Edited Journals (published, submitted, and in preparation)

Horn AR, Weijer C. Clinical Equipoise. Encyclopedia of Global Bioethics, (1): 1-11. (Published 2015).

Horn AR, Weijer C, Grimshaw JM, Brehaut JC, Fergusson D, Goldstein CE, Taljaard M. An ethical analysis of the SUPPORT trial: addressing challenges posed by pragmatic comparative effectiveness randomized controlled trials with interventions routinely used in medical practice.” Kennedy Institute of Ethics Journal. (Submitted 2016).

Goldstein CE, Brehaut J, Fergusson D, Grimshaw J, Horn AR, Taljaard M, Weijer C. Ethical issues in pragmatic randomized controlled trials: a review of the literature identifies gaps in ethical argumentation. BMJ Quality and Safety. (Submitted 2016).

Horn AR, Goldstein CE, Weijer C. Thinking clearly about the FIRST trial: addressing ethical challenges in cluster randomized trials of policy interventions involving health providers or trainees. (In preparation).

Goldstein CE, Horn AR, Weijer C. An ethical analysis of the PADIT trial. (In progress).

Invited Talks

Fergusson D, McIntyre L, Taljaard M, Horn AR, Weijer C. Ethical challenges in pragmatic comparative effectiveness trials (Invited panel). Society for Clinical Trials. Montreal, QC. (May 15, 2016).

Conference presentations

Horn AR, Taljaard M, Weijer C. An ethical analysis of the SUPPORT study: addressing challenges posed by a randomized controlled trial comparing standard treatments used in medical practice (Oral presentation). American Society for Bioethics and Humanities. Washington, DC. (October 10, 2016).

Horn AR, Taljaard M, Weijer C. An ethical analysis of the SUPPORT study: addressing challenges posed by a randomized controlled trial comparing standard treatments used in medical practice (Oral presentation). International Association of Bioethics. Edinburgh, UK. (June 15, 2016).

Horn AR, Taljaard M, Weijer C. An ethical analysis of the SUPPORT study: addressing challenges posed by a randomized controlled trial comparing standard treatments used in medical practice (Oral presentation). Society for Clinical Trials. Montreal, QC. (May 17, 2016).

Horn AR, Taljaard M, Weijer C. An ethical analysis of the SUPPORT study: addressing challenges posed by a randomized controlled trial comparing standard treatments used in medical practice (Oral presentation). Canadian Bioethics Society. Toronto, ON. (May 27, 2016).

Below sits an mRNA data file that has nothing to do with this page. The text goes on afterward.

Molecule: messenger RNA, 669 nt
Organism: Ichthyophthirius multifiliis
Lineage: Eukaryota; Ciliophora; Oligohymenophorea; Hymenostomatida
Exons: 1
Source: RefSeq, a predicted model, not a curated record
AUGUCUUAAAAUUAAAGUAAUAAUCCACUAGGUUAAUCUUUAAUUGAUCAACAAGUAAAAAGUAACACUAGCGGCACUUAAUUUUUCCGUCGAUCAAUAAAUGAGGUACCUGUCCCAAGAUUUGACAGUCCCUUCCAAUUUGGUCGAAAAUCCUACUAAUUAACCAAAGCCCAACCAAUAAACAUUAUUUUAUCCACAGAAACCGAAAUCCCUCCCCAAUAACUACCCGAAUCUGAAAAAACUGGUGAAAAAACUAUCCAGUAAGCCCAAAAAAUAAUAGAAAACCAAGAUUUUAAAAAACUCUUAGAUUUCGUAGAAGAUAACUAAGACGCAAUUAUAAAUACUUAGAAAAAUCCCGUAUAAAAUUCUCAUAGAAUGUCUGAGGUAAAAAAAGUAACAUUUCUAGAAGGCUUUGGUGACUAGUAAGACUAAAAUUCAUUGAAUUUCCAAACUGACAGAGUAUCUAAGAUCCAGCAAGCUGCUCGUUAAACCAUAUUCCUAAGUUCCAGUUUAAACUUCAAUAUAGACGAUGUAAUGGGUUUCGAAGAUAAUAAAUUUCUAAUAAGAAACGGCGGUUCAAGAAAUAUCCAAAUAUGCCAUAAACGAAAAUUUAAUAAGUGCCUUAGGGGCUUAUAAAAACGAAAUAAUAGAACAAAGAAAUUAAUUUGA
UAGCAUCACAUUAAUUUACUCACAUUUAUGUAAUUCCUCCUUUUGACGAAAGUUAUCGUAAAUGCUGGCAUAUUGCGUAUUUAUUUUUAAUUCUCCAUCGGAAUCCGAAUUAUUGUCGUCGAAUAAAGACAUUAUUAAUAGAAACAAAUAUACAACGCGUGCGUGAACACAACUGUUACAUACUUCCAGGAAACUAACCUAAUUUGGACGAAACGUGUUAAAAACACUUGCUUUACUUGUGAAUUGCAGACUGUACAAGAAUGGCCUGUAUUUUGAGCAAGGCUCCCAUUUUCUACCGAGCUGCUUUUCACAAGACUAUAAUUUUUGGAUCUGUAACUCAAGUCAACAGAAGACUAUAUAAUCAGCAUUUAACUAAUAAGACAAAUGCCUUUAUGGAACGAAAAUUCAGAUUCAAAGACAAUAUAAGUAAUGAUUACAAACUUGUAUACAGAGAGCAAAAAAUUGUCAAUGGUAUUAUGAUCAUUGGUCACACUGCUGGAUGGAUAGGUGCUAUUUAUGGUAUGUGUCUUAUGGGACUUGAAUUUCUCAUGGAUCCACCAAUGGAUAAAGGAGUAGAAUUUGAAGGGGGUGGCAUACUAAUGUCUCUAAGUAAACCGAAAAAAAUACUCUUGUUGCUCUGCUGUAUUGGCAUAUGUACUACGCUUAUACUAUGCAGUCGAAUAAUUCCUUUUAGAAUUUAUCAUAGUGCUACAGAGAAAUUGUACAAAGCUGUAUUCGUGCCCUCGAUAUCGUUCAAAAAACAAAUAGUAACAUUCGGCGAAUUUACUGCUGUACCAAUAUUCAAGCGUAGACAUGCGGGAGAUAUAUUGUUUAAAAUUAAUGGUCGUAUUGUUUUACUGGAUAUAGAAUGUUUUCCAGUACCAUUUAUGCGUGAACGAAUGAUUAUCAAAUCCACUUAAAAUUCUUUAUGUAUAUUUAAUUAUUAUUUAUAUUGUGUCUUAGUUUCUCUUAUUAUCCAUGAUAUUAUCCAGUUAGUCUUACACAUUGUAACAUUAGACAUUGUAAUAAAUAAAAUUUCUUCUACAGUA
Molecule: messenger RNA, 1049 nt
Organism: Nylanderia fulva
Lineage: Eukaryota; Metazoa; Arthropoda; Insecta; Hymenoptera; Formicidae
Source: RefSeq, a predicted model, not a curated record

Horn AR, Naci L, Weijer C, Owen AM. The master of suspense: using movies and fMRI to decode the phenomenology of conscious experience in vegetative state patients (Poster presentation). International Neuroethics Society. Chicago, IL. 2015. (June 1, 2015).

Horn AR, Naci L, Weijer C, Owen AM. Decoding phenomenal experience in vegetative state patients (Poster presentation). Canadian Association for Neuroscience. Vancouver, British Columbia. (May 24, 2015).

Horn AR, Naci L, Weijer C, Owen AM. The master of suspense: using movies and fMRI to decode the phenomenology of conscious experience in vegetative state patients (Poster presentation). Montreal Neuroethics Conference for Young Researchers. Montreal, QC. (April 17, 2015).

Horn AR. The foundations of morality: a descriptive or normative enterprise? (Poster presentation). Jamie Cassels Undergraduate Research Fair. Victoria, BC. (March 5, 2014).

Winter, 2017, “Ethics for Digital World,” Western University (Teaching Assistant, Grader).

Fall, 2016, “Research Ethics,” Western University (Guest Lecturer).

Fall, 2016, “Business Ethics,” Western University (Teaching Assistant, Grader).

Winter, 2016, “Health Care Ethics,” Western University (Guest Lecturer, Teaching Assistant, Grader).

Winter, 2015, “Health Care Ethics,” Western University (Teaching Assistant, Grader).

Fall, 2015, “Media Ethics,” Western University (Teaching Assistant, Grader).